Category: Travel

“Fabuloso” Fortuny

A Pleated Silk Gown & the Making of the Modern Women

Delphos dress, Mariano Fortuny, 1909. Purple silk satin.Detail of a Fortuny “Delphos” Gown, probably around 1920

At the beginning of the 20th century, when most women’s fashion was still dictated by the corset, Mariano Fortuny created the “Delphos” gown – described by Marcel Proust as “faithfully antique and markedly original.”  Inspired by, and named after, a classical Greek statue, the Charioteer of Delphi,  the unstructured dress clung sensuously to the body, daringly revealing the wearer’s shape…These dresses became all the rage! Below on this post you will find “create the look for less”.

Read the rest of this entry »

“Ibelepeebees” & Other Animals

A passion for all things “Steiff”

One of the first words I ever uttered at 2 years old was “Ibelepeebee” (ee-buh-la-pee-bee) while pointing to a baby giraffe in the African bush… What it meant, I can only surmise… I probably referred to its endless, seemingly fragile, skinny legs and beautiful gentle eyes with enormous lashes.

babyGiraffePhotograph by BoredPanda

My mother immediately ordered an addition to my stuffed animal collection: a giraffe…only a German made “Steiff” animal would do and she was right, they still sleep on my bed and are loyal companions in my dream life. My original word “Ibelepeebee” is now also code amongst my lady friends if we spot an interesting man, so beware!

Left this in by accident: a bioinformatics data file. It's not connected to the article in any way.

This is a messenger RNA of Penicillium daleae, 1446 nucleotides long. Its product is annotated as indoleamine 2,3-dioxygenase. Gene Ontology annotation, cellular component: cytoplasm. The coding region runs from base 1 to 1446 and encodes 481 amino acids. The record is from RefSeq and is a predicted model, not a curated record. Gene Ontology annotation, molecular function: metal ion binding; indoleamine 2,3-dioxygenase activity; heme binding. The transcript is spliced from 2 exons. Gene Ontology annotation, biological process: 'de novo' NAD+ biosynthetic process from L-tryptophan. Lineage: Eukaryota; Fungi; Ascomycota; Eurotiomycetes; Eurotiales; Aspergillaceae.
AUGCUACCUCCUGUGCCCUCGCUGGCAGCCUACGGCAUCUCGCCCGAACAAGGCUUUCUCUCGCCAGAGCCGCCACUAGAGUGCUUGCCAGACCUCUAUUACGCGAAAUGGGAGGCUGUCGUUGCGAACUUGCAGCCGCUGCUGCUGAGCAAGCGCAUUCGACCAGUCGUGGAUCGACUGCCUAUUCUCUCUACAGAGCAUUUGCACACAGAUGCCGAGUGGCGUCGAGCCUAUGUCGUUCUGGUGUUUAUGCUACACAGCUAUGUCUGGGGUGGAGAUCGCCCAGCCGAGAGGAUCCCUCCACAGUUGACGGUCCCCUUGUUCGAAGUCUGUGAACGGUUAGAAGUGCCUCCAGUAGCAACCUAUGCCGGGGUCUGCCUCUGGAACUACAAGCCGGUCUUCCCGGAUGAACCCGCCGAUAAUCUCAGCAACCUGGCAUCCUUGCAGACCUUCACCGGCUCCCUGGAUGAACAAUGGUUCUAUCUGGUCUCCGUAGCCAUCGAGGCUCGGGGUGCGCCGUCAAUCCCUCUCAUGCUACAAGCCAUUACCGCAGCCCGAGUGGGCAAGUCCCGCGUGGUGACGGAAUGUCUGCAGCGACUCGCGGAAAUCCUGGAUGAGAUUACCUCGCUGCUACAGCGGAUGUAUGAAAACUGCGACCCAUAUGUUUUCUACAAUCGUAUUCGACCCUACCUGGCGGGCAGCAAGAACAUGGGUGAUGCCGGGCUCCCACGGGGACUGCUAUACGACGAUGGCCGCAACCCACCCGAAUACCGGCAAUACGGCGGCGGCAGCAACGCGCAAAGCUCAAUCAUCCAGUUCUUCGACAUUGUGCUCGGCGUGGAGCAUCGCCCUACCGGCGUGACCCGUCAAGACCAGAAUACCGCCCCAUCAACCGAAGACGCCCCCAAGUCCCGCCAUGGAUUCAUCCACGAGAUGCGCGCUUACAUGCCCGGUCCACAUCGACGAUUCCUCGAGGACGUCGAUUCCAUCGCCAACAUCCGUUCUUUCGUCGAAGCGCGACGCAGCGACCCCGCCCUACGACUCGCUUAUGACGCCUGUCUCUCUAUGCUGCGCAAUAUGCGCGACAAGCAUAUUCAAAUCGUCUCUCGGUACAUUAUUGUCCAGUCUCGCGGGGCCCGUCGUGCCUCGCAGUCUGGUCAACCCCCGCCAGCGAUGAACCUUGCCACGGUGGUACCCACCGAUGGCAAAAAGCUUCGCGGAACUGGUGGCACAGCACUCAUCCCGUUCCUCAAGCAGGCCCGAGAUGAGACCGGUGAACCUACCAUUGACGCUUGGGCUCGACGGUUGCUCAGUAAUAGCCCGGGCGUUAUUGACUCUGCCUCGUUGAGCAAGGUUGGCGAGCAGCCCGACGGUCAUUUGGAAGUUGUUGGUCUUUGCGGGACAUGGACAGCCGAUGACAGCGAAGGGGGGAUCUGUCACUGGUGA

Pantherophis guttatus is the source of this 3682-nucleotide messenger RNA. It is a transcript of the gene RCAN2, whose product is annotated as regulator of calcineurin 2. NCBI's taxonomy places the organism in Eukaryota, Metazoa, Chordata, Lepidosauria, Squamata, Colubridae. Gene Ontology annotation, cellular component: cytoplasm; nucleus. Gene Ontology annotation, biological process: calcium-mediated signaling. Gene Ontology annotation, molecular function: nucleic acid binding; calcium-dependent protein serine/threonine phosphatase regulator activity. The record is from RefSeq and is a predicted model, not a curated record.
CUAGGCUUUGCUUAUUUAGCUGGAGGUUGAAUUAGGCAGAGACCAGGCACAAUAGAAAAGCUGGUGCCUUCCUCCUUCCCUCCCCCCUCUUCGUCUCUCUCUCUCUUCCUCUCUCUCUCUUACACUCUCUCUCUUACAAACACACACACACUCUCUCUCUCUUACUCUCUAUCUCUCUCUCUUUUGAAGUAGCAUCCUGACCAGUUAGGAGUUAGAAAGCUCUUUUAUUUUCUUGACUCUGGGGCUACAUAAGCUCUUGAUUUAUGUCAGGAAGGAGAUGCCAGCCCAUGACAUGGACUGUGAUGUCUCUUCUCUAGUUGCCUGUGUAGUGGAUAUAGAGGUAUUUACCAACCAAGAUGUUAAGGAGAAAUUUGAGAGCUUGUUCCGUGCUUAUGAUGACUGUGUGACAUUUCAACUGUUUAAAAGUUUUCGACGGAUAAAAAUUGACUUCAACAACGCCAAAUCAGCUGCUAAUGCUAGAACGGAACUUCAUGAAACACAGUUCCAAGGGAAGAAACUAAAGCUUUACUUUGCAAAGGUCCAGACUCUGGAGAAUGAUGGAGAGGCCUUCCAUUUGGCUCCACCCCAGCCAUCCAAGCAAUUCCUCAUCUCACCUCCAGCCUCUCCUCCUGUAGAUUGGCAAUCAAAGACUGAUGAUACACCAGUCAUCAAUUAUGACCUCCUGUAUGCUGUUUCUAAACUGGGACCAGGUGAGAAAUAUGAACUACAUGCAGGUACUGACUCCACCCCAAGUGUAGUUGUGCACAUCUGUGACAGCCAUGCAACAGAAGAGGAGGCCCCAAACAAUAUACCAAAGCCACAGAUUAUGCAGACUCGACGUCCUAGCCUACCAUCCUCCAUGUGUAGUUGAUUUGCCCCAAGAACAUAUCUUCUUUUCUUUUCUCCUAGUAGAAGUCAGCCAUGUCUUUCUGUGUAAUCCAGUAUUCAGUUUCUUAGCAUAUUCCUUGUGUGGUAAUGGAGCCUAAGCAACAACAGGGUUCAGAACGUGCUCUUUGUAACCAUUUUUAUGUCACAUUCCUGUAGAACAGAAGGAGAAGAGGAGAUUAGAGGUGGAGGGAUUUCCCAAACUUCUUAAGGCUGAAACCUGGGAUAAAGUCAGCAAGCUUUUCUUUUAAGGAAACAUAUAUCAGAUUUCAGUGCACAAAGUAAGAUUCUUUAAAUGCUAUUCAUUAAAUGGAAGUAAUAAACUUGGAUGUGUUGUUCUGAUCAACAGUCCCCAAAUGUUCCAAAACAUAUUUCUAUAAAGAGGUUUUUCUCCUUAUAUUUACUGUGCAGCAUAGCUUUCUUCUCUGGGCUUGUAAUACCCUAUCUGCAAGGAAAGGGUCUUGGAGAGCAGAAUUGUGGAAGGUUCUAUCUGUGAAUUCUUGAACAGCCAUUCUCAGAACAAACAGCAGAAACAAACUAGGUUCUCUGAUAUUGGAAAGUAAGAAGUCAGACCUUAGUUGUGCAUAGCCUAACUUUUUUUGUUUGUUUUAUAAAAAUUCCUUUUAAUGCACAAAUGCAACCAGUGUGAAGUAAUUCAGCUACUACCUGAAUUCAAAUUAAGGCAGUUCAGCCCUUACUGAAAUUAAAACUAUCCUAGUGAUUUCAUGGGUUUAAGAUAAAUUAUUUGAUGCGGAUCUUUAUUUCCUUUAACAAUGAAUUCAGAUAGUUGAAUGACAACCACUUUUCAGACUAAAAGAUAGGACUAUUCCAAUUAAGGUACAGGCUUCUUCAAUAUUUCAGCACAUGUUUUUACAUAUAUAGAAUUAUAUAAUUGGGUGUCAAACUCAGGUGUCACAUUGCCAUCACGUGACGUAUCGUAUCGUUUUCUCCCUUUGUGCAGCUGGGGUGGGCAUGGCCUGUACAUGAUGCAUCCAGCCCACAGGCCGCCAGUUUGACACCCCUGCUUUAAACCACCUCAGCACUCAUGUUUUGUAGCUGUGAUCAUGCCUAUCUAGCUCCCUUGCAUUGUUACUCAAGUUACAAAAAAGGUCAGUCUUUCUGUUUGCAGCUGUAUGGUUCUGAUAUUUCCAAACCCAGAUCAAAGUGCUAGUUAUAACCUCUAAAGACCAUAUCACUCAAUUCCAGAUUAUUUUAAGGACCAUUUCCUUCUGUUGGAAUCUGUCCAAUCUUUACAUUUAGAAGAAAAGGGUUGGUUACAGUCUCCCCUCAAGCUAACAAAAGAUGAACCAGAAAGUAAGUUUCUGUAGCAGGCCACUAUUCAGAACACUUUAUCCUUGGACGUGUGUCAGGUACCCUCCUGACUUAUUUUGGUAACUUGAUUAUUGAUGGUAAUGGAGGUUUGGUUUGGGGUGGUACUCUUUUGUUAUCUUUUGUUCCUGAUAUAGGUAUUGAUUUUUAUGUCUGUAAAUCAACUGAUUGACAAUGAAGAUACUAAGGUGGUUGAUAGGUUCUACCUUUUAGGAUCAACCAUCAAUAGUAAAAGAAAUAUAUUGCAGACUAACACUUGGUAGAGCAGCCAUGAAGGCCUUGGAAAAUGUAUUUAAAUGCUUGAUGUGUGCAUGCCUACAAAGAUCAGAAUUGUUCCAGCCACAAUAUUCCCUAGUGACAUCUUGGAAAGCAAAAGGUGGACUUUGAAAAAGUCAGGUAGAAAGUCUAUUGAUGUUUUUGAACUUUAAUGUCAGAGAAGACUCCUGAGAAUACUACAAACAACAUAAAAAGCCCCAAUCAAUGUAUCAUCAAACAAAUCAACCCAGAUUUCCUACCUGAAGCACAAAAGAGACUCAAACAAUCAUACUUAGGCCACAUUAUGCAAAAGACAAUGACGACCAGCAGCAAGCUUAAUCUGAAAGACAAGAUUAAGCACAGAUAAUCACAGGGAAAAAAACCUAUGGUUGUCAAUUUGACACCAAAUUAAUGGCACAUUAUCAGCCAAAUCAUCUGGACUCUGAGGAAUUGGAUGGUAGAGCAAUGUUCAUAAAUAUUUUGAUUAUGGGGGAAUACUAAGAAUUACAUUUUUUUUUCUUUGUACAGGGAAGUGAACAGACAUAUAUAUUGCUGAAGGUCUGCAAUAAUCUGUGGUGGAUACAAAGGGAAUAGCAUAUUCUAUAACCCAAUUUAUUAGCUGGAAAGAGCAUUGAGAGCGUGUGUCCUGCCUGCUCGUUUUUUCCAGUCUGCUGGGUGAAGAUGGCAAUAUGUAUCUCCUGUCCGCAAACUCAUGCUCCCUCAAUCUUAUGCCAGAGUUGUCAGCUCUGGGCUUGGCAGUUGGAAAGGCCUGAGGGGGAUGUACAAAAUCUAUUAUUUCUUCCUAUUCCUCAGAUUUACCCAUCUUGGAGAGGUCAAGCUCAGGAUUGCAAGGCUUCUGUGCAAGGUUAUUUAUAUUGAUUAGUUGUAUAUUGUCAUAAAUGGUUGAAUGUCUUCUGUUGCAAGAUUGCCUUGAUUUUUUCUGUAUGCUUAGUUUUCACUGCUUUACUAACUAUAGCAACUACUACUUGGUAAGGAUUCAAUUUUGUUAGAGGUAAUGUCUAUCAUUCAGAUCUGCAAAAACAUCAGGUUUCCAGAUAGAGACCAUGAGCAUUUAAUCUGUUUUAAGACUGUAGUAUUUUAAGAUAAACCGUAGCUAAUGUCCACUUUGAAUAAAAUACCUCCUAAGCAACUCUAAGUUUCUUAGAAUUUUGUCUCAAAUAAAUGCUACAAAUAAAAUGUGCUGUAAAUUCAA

Read the rest of this entry »

Mythological Rothko

How the philosopher Nietzsche made his “mark” on the painter Rothko

Born as Mark Rothkowitz in Latvia, he abbreviated his name to Rothko after he became an American citizen in 1938. Big scholarly books have been written about Rothko, but I am particularly interested in how mythology and the philosopher Frederick Nietzsche played a role in his journey towards Abstract Impressionism.

BlueRothkoMark Rothko Rust and Blue” – 1953

It is always a treat to see a lot of Rothko paintings together so run to the the Gemeente Museum in The Hague in Holland to see the Rothko Exhibition until March 1, 2015

Read the rest of this entry »

A New Perspective…

As we were already on the subject of Florence yesterday, I can not resist talking more about the Renaissance and amongst other things, the discovery of the use of perfect perspective in art.

The painter Masaccio (1401 – 1428),  was one of the great Italian painters of the Quattrocento period. As Donatello and Brunelleschi were the first to incorporate linear perspective into their sculptures and architecture, Masaccio was the first in painting.


Read the rest of this entry »

Grey Matters…

The Power of Grey and White…

When I first entered the Pazzi Chapel at the Basilica of Santa Croce in Florence as a History of Art student, I was mesmerized by the power of grey and white, with as an only touch of color the terra cotta “rondi” in white and blue glaze…It felt serene, more about that below…


Read the rest of this entry »